• An additional $80.3 million for Michigan’s 15 public universities and $8.9 million more for community colleges. This is a 6.1 percent increase for universities and a 3 percent increase for community colleges. Schools must limit tuition increases to no more than 3.2 percent to receive the funding increases.
  • $7.3 million for financially distressed school districts.
  • $27.8 million for phased-in implementation of evaluation tools and systems for teachers and administrators.
  • An increase of $270 million for K-12 to fund retirement liabilities within the school retirement system over the employer share, which is capped at 20.96 percent.

Health Care

  • $71.7 million to implement expanded Medicaid coverage.
  • $15.7 million in gross funding to expand the Healthy Kids Dental program into Kalamazoo and Macomb counties.
  • $15.6 million to support the initiatives as recommended in the Mental Health Commission final report.


  • $254 million to match federal aid and maintain Michigan roads and bridges, transit services and aeronautics projects.
  • $5 million for the Automotive, Engineering and Manufacturing Technology Fund.
  • $2 million in new funding for the Pure Michigan marketing campaign, which would bring total annual spending to $31 million.
  • An increase of $15 million for community revitalization and business attraction efforts.
  • $100 million in bond funds ($7.9 million for debt service) to allow universities with accredited engineering programs to compete for capital improvements to help increase the number of engineers and retain them in Michigan.
  • $50 million in bond funds ($4.6 million for debt service) to allow community colleges to compete for funds to retool equipment for high-skill and high-demand occupations.
  • $2 million in new funding to support arts education, encouraging creative works of art and broadening cultural understanding.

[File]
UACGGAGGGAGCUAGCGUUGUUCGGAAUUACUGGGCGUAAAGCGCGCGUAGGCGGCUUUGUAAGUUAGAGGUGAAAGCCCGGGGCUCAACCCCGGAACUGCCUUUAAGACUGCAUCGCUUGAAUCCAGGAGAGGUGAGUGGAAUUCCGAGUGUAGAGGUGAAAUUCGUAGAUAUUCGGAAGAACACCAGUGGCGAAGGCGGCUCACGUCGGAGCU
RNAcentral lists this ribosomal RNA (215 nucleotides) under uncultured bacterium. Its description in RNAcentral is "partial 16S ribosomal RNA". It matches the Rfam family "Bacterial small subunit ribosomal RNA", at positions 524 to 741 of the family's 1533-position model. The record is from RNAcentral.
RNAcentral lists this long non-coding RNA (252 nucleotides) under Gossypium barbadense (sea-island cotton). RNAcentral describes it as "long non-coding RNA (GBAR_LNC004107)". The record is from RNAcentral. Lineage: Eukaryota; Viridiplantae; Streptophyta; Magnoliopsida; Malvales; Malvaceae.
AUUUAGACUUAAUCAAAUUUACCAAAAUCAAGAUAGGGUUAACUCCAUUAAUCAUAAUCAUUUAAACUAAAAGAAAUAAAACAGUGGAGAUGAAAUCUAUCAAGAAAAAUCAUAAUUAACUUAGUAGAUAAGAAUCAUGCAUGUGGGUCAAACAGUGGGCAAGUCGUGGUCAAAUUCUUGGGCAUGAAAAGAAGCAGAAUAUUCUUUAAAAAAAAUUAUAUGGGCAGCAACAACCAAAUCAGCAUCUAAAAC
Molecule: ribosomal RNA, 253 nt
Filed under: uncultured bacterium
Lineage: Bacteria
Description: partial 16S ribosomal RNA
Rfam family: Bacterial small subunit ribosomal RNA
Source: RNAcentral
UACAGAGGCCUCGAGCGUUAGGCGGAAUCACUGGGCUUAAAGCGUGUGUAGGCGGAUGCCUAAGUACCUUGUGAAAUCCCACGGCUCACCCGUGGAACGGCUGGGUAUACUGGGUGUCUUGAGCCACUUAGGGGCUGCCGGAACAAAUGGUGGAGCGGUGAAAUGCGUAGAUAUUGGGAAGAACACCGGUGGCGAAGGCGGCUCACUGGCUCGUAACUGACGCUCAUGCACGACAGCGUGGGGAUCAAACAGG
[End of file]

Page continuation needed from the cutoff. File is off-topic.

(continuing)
• $5 million to expand home-delivered meals for seniors and other in-home services, with another $9 million for the MI Choice Waiver program, eliminating waiting lists.
  • $5 million in new funding to establish and support a tuition assistance program for Air and Army National Guard personnel.
  • $385,000 for the creation of the Office for New Americans to attract immigrants.
  • $1 million in new funding for prevention of elder abuse and related programs.

Public Safety

  • $17.8 million to train an additional 100 troopers and 31 motor carrier officers through the Michigan State Police Training Academy.
  • $25.3 million in new funding to replace equipment for the Michigan Public Safety Communications System.
  • $1.6 billion for the prison system, which houses 43,700 prisoners. Total corrections funding would be $2 billion.
  • $500,000 to expand initiatives focused on anti-bullying and hate crimes.


  • $6 million to prevent invasive species.
  • $3.5 million to hire and train 25 new Department of Natural Resources conservation officers, bringing the total number to 227, up from 186 in 2010.
  • $2.5 million for development of a trail system from Belle Isle to the Wisconsin border.
  • $4 million to support a new water quality initiative.
  • An additional $1 million for a statewide recycling initiative.

Local Support

  • Set aside $17.5 million in tobacco settlement reserves annually for 20 years toward the Detroit bankruptcy resolution.
  • $36 million in increased support to local governments for the Economic Vitality Incentive Program.
  • $764.9 million in constitutional revenue sharing payments and $211.2 million in county payments.
  • $10 million in emergency reserve funds for school districts at risk of closure during a school year and for districts that may have to enroll students from a dissolved district.


  • $120 million to the so-called Rainy Day Fund, bringing its total to $700 million.
  • $122 million to the new Michigan Health Savings Fund to offset future health care costs.